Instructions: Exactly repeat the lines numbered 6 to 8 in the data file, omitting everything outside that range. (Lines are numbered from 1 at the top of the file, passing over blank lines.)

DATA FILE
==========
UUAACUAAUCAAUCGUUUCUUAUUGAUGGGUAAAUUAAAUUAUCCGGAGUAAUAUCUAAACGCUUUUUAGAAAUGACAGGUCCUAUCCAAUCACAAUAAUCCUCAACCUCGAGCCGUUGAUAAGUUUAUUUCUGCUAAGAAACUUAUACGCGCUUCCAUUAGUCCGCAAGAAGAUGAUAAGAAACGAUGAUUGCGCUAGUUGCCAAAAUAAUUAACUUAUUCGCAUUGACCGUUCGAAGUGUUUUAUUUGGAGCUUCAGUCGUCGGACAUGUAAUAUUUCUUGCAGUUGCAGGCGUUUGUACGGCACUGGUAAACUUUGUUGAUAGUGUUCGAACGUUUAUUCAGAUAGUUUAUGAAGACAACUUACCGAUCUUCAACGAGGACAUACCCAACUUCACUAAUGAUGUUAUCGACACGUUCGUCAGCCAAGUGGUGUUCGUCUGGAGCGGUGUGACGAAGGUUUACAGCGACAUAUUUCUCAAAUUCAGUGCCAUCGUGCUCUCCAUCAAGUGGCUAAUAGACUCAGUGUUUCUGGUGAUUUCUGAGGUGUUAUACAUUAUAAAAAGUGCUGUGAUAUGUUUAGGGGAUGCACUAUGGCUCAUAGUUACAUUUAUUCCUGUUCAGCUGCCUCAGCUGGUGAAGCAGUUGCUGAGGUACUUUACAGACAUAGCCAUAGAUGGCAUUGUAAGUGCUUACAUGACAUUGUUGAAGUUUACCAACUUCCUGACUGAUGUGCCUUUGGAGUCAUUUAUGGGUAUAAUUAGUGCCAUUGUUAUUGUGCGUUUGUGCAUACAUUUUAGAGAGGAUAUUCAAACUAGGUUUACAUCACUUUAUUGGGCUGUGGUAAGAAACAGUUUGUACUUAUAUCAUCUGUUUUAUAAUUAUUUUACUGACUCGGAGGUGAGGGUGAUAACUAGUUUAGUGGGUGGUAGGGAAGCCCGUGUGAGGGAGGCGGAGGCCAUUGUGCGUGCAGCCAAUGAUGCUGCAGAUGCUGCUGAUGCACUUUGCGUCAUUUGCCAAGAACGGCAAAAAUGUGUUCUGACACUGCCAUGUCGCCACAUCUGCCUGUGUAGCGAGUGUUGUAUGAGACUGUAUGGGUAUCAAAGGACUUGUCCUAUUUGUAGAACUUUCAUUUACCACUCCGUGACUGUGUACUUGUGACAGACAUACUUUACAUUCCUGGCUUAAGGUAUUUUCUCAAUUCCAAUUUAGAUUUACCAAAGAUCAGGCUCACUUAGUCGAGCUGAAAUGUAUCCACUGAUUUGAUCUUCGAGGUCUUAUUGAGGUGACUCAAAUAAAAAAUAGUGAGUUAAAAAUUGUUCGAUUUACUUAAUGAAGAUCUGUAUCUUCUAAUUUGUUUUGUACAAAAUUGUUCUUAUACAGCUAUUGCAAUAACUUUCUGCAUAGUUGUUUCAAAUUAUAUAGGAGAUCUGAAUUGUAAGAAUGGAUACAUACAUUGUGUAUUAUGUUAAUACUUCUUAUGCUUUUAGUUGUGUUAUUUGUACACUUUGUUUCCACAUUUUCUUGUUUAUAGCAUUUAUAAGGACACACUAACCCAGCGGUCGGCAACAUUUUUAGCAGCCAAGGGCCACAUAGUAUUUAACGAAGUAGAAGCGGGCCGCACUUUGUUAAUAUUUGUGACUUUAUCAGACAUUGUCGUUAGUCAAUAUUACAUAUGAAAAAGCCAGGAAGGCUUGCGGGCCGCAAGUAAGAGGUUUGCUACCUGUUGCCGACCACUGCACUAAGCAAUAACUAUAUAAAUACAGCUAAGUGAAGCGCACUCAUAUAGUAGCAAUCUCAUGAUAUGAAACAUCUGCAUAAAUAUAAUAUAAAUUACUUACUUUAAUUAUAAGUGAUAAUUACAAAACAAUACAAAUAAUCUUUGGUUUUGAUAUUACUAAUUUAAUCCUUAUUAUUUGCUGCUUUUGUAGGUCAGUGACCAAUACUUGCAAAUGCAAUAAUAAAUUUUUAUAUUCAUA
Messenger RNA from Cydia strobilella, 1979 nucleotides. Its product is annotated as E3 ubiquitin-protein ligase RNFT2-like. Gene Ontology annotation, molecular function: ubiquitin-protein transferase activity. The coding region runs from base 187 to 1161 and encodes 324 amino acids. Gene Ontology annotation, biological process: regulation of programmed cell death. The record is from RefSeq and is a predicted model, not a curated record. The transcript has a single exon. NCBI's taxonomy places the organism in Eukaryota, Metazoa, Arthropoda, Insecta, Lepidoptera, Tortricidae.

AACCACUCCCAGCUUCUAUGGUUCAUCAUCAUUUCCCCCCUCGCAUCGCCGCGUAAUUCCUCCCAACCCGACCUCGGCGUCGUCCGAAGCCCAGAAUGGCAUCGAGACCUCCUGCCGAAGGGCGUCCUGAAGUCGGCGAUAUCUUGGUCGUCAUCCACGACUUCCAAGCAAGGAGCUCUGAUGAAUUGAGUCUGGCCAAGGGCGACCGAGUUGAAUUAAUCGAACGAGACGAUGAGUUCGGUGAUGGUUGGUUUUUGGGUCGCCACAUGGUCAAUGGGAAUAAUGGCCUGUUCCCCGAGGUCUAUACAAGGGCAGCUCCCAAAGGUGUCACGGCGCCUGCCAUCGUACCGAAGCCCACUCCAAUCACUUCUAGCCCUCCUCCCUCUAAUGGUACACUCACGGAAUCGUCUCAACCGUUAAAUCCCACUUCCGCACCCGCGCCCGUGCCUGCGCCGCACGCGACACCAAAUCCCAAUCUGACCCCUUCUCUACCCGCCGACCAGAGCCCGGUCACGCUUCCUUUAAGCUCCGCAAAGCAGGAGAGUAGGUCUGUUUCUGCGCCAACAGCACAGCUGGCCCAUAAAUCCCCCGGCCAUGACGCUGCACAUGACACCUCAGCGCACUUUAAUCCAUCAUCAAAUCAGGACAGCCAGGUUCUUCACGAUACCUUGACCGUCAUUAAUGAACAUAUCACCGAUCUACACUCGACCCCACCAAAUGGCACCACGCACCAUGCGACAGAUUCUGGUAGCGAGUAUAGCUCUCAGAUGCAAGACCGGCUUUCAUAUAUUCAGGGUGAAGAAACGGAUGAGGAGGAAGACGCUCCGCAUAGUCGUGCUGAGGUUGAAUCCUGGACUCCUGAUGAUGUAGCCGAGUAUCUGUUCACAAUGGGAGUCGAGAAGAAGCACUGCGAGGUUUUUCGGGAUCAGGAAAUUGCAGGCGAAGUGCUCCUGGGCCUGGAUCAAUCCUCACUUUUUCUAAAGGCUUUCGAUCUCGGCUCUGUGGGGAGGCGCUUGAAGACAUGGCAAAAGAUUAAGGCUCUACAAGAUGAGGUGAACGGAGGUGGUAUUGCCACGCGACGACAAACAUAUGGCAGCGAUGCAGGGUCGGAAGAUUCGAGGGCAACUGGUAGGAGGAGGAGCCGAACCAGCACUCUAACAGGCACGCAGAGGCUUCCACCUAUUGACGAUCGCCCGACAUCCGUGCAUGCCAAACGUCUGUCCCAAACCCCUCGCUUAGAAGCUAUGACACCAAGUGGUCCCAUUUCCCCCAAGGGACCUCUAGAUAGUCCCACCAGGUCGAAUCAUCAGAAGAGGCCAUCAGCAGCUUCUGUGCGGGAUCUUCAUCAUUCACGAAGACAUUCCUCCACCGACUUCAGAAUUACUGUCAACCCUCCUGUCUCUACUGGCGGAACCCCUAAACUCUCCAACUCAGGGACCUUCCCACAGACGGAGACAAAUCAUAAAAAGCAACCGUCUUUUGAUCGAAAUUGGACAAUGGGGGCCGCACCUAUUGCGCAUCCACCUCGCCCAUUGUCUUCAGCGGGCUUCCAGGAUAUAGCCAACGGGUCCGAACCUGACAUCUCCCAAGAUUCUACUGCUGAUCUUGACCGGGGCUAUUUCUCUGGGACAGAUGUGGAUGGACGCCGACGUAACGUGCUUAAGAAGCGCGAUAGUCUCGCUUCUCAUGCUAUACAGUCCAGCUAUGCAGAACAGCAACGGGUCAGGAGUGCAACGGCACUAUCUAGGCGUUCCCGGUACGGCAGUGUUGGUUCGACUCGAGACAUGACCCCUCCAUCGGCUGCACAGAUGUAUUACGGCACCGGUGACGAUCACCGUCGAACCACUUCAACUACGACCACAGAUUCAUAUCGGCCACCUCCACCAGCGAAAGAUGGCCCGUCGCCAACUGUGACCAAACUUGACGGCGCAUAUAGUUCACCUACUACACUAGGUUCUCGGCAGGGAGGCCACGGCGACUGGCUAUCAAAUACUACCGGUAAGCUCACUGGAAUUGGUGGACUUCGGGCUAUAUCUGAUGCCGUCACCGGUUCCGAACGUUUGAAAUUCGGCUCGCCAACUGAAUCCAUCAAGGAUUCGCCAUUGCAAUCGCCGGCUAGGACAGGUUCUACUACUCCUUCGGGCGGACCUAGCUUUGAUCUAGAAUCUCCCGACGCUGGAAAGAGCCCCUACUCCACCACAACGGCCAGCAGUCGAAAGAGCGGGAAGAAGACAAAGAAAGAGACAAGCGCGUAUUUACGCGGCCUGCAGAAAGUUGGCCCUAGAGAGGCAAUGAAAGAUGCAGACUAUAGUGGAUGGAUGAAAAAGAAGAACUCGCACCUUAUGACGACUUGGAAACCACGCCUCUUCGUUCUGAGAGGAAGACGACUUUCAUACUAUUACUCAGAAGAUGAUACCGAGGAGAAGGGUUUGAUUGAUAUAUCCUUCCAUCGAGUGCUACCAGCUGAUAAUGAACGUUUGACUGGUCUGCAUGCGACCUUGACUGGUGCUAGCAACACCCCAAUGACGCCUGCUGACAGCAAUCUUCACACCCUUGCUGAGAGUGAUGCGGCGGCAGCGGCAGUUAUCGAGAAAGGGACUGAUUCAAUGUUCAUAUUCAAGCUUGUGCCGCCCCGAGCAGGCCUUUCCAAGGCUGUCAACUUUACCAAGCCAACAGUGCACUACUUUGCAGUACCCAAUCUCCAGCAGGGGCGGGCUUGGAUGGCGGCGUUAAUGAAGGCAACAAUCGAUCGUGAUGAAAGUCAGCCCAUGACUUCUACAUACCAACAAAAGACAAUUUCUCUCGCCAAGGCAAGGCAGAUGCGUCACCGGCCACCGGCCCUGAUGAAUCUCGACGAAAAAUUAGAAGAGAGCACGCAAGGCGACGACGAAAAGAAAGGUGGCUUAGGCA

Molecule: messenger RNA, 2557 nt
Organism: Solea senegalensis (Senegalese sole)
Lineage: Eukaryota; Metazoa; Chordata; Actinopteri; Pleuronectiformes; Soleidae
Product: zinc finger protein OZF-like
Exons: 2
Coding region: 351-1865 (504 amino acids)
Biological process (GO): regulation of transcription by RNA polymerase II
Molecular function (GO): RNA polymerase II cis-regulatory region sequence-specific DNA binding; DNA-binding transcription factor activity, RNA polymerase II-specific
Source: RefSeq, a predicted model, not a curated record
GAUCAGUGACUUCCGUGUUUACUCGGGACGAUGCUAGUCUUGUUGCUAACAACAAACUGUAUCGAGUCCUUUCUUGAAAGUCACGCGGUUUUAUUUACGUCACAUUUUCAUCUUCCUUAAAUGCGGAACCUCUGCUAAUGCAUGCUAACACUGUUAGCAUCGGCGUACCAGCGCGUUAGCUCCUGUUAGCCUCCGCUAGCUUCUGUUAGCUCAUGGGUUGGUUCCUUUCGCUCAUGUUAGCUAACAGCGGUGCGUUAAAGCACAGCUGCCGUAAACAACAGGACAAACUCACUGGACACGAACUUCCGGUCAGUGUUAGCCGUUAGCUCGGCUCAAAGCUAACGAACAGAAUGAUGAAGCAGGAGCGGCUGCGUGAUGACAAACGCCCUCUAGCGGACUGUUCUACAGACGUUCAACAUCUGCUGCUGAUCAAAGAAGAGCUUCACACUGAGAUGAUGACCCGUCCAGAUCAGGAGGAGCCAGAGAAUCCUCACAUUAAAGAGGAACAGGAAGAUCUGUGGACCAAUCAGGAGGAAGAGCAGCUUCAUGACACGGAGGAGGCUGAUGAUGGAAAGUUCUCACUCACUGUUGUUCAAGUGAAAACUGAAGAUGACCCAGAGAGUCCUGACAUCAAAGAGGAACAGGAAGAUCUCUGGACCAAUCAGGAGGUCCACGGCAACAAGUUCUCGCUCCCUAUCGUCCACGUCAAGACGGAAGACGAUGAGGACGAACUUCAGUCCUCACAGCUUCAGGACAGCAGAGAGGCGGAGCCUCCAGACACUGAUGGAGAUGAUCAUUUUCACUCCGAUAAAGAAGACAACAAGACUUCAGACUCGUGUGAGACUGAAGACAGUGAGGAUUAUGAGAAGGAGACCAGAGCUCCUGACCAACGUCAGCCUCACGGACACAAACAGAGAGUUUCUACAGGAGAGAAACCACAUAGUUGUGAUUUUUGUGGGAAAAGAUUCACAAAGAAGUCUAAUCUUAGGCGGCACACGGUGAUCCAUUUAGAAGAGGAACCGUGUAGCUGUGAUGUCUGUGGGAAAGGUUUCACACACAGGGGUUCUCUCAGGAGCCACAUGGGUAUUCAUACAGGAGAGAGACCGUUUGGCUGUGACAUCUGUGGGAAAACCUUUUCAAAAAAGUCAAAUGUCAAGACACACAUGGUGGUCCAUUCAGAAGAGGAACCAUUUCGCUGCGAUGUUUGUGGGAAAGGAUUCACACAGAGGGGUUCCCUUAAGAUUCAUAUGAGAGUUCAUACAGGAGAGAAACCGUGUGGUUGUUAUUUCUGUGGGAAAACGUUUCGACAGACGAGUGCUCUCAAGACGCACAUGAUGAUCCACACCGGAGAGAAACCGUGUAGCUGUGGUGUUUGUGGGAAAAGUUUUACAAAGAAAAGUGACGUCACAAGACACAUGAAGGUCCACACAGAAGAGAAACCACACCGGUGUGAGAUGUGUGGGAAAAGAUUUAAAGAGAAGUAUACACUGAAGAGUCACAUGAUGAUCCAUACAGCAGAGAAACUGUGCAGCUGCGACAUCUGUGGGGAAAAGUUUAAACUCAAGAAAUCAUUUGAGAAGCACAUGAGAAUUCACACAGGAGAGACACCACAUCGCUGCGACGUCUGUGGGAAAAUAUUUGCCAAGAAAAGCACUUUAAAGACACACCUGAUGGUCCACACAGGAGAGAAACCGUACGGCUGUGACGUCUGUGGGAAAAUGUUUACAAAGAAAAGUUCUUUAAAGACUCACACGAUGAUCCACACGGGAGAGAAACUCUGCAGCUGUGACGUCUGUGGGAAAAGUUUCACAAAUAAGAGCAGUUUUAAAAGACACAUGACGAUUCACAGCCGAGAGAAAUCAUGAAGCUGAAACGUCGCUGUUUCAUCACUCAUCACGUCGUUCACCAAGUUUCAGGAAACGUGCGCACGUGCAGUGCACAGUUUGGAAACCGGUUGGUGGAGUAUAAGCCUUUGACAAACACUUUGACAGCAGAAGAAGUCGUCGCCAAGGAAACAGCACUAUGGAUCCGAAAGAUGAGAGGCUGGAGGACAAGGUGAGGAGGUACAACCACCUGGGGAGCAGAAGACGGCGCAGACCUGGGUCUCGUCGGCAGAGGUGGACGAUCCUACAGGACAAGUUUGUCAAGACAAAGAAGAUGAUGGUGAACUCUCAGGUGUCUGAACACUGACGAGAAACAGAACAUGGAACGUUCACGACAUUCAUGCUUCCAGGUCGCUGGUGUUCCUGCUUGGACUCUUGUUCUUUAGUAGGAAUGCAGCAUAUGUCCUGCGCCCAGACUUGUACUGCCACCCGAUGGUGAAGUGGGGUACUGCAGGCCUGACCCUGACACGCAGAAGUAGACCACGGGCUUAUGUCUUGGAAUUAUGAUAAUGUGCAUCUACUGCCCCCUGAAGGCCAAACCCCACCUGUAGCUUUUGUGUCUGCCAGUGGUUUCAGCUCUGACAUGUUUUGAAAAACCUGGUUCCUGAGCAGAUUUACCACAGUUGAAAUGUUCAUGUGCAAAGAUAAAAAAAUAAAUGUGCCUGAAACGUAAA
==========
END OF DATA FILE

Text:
Lineage: Eukaryota; Metazoa; Chordata; Actinopteri; Pleuronectiformes; Soleidae
Product: zinc finger protein OZF-like
Exons: 2